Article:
Sunday, October 17, 2010

A Sunday and a Slum Near My House, and Unending Carnivals

It’s Sunday. Went for a walk at the dam. It’s kind of gloomy weather. The sun is up, but is not visible. I walked for my usual ten rounds. Then I marvelled at the quietness of the valley. I was amazed by how quickly a slum had come up near the dam. It came up overnight. It’s a small slum, but slum nevertheless. A few men, brought here, as Mohanan informed me, as labourers from Tamil Nadu, were making arches with cane and covering it with plastic. They do a neat job. Mohanan says they will leave after the work is over. I don’t know. They use firewood which is available in plenty in the forest surrounding Artist Village. I saw a woman knitting coconut palm fronds into a neat cover for the door. I have seen this being done in Kerala. It’s a beautiful and very basic art. I had tried my hand at this without success. There they will eat and sleep. They don’t have lights. It’s a primitive life in a city, devoid of the trappings of consumerism. There is a small stream nearby where they will wash and bathe. There are also children. Mohanan says they will go away. I don’t know. I wonder if they will. I don’t like it when a slum comes up near my house. Usually they stay back and it becomes a permanent settlement. What can be done?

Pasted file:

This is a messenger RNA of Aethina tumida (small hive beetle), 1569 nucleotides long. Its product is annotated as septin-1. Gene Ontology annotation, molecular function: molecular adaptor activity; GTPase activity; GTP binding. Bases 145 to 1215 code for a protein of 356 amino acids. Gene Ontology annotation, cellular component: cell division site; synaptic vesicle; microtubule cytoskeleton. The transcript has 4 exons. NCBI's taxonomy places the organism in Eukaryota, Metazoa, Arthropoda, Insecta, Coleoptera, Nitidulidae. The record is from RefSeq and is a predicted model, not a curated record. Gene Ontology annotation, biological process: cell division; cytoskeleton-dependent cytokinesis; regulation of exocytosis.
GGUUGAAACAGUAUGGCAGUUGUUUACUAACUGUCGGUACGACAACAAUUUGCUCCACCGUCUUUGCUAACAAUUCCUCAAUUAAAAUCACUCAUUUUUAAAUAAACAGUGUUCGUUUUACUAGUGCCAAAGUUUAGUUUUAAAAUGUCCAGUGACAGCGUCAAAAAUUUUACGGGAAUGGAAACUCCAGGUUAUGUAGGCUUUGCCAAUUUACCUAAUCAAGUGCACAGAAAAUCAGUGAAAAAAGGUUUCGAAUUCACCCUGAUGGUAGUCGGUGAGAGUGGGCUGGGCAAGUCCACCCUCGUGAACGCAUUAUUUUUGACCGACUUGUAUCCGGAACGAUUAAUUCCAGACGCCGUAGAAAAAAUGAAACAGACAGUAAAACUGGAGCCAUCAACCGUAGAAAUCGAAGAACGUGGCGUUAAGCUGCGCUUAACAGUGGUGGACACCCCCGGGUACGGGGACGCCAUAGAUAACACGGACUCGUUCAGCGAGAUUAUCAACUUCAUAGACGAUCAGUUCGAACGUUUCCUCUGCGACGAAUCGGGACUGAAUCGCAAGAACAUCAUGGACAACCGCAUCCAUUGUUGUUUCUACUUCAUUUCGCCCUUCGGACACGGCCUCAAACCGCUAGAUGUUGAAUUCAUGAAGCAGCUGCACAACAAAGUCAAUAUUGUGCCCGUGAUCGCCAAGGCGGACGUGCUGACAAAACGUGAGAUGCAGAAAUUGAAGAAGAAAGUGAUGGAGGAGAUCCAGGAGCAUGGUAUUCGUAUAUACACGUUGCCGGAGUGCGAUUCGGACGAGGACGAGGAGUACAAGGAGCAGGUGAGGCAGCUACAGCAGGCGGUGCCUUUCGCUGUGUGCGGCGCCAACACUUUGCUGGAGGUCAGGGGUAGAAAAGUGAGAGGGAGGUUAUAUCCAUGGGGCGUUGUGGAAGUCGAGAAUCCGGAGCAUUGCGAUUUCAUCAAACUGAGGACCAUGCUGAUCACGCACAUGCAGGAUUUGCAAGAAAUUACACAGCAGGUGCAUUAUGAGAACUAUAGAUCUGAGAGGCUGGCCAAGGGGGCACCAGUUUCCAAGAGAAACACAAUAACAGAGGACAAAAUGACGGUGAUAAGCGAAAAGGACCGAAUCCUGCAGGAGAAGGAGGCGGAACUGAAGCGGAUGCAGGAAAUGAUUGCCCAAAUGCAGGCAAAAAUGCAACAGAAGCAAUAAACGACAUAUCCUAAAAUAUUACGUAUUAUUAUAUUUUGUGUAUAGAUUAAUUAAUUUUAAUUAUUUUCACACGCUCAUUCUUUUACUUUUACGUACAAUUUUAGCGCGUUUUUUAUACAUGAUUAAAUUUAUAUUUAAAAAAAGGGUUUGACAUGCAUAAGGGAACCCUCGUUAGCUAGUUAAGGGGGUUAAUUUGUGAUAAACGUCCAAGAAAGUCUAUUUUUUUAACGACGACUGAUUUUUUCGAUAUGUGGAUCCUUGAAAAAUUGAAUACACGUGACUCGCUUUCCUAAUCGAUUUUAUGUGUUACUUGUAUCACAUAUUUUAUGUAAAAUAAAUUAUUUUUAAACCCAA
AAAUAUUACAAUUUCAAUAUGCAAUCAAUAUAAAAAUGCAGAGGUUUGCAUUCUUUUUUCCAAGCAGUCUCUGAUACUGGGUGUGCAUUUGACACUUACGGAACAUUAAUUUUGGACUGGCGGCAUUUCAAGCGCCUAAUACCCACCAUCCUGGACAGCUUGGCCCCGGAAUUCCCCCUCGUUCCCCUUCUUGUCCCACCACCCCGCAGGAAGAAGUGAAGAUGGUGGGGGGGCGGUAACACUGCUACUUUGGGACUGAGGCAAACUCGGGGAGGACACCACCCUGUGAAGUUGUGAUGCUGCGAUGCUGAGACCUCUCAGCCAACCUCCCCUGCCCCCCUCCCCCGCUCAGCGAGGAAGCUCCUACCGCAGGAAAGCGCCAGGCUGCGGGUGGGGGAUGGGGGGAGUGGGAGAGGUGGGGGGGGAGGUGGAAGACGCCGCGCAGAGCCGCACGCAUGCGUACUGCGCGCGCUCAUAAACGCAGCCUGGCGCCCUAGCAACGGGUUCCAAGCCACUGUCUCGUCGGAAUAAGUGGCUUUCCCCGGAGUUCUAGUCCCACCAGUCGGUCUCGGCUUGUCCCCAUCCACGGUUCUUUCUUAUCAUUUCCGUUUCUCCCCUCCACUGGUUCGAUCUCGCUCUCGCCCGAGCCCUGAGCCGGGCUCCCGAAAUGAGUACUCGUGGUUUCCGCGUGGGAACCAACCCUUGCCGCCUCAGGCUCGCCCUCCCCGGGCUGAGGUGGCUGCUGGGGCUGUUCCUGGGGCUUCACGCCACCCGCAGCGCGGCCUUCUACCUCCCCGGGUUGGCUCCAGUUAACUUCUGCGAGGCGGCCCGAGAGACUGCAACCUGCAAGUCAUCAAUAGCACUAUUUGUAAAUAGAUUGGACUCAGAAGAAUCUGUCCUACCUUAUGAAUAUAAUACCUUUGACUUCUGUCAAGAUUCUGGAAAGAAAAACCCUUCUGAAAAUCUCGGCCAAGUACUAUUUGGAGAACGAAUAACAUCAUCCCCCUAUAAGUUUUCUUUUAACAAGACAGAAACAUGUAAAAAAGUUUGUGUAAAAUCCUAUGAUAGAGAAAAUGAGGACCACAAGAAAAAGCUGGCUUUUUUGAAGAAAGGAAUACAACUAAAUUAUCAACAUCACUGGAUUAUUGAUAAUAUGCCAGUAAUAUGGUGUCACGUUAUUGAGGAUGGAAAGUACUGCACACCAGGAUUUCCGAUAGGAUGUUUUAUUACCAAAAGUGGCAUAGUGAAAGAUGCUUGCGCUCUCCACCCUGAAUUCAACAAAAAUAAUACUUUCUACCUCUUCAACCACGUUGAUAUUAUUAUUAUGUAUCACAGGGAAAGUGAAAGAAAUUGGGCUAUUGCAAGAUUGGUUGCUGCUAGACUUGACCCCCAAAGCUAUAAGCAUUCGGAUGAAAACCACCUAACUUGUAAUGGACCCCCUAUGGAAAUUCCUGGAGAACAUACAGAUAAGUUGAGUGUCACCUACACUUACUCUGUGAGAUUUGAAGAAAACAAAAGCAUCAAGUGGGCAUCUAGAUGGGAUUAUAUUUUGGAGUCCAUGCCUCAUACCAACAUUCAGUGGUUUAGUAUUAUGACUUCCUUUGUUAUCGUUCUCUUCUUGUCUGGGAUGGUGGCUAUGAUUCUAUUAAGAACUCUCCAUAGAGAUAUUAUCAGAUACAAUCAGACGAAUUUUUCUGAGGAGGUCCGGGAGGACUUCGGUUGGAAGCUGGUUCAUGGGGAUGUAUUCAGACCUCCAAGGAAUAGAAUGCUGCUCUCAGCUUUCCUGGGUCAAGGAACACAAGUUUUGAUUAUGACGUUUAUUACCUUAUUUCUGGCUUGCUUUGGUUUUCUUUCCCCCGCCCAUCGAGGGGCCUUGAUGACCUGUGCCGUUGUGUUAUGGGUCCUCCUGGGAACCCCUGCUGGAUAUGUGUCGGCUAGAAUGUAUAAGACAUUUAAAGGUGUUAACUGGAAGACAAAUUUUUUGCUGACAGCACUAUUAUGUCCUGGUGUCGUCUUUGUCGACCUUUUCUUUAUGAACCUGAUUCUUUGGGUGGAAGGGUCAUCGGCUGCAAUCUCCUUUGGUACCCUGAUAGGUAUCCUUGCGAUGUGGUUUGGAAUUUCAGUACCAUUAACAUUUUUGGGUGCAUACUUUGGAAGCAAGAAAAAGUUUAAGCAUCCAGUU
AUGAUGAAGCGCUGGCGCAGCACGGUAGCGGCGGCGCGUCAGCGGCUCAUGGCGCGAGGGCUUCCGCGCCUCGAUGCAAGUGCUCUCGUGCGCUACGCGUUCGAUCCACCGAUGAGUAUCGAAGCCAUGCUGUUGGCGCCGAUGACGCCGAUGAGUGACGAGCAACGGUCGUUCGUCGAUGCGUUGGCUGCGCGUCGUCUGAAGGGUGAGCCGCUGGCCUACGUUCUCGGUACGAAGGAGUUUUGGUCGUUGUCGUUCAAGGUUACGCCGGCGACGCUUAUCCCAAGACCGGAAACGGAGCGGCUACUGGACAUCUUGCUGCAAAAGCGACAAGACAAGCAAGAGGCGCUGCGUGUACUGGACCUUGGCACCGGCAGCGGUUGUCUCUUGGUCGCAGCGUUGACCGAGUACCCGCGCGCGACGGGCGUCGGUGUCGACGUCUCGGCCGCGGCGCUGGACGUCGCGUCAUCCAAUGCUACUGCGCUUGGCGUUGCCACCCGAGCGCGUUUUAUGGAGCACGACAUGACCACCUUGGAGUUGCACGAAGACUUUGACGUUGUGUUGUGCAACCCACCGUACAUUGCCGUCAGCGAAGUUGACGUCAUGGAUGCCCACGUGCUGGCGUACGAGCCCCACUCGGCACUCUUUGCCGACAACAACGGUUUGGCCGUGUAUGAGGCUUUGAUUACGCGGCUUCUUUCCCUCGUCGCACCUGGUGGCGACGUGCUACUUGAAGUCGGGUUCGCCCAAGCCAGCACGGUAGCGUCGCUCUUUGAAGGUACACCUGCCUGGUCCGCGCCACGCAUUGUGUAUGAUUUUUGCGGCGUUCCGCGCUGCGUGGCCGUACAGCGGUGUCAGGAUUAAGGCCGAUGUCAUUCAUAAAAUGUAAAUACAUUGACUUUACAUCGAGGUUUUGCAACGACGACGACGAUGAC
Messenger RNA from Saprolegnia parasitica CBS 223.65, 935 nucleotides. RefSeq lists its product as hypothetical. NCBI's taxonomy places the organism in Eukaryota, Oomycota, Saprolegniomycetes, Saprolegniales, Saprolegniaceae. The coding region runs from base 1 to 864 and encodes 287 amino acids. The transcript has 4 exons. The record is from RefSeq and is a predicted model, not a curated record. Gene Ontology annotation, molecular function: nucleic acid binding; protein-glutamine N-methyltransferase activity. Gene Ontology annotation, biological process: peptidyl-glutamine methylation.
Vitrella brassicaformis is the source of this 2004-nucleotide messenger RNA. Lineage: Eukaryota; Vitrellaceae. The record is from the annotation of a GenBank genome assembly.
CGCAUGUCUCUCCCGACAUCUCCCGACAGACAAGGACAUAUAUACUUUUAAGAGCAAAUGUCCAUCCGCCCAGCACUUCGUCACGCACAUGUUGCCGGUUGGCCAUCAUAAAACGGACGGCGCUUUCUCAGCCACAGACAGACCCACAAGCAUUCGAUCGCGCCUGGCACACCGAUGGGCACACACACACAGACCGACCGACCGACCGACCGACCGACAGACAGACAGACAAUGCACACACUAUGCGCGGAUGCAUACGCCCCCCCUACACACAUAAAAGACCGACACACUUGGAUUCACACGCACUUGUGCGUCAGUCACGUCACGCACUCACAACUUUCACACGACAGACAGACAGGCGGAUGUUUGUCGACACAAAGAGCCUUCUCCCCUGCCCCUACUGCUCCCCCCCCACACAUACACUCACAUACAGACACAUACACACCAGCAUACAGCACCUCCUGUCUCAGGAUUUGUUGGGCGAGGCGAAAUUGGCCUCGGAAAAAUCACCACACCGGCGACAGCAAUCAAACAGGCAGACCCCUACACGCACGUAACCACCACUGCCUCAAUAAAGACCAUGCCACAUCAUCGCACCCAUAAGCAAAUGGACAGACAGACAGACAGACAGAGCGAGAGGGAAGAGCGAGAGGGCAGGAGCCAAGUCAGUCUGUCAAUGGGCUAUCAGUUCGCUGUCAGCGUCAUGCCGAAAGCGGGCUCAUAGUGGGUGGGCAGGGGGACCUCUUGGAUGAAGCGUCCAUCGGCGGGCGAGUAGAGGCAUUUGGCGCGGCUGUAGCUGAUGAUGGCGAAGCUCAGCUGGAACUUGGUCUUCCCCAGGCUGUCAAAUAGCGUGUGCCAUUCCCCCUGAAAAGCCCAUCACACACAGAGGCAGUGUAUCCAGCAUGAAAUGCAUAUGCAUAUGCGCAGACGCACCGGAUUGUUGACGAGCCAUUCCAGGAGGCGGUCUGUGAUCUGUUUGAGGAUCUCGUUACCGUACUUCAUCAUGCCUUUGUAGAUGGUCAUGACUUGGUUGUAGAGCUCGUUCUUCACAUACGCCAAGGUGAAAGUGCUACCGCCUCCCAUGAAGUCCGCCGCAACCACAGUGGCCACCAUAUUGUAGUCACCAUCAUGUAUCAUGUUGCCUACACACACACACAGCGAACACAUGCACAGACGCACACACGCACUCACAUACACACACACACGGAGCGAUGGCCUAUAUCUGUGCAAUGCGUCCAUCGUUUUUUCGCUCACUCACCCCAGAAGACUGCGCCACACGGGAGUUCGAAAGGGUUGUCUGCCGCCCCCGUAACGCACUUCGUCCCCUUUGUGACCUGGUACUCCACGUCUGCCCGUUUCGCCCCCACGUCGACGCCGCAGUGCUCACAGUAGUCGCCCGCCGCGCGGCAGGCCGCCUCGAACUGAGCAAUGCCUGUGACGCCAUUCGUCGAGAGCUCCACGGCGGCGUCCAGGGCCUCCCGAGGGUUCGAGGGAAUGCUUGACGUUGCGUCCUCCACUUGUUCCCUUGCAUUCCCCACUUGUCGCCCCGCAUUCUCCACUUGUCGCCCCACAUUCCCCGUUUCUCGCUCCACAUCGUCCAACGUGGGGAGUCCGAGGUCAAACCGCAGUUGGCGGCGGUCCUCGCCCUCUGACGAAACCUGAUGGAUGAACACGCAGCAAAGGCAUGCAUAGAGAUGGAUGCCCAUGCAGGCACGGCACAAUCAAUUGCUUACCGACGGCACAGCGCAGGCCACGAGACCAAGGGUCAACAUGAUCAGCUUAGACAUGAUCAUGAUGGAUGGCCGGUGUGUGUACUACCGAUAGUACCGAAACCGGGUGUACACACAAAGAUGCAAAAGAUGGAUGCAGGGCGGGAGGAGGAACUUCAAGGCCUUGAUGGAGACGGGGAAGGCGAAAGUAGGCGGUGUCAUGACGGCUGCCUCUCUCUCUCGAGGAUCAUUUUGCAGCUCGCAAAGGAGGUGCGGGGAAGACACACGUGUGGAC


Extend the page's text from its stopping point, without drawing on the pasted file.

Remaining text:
It’s Dussehra, the festival of the victory of good over evil. There are drums every where. Snare drums, bass drums, pulsating, building up a crescendo in every street corner, a carnival of sort. There’s a carnival going on every street. Of late, these carnivals are what characterise our society. Every building’s society should have their own Navratri disco dandia, and every street must have their own mandap (no, offense this to the Gods, but only the human tendency to compete). And there are contests and singing and dancing. Do we need so many carnivals, unending? Who are they set to address? The common man, the working man is least interested in spoiling his day with a lot of noise. I guess it comes from ill-gotten money, the filthy lucre, which must be spent on making a lot of noise, bursting crackers. Whatever happened to the more subtle forms of enjoyment, some folk art?  What I hear is rip-offs on Hindi and Marathi music and remixes and rehashes. But then who has artistic tastes in Artist Village?

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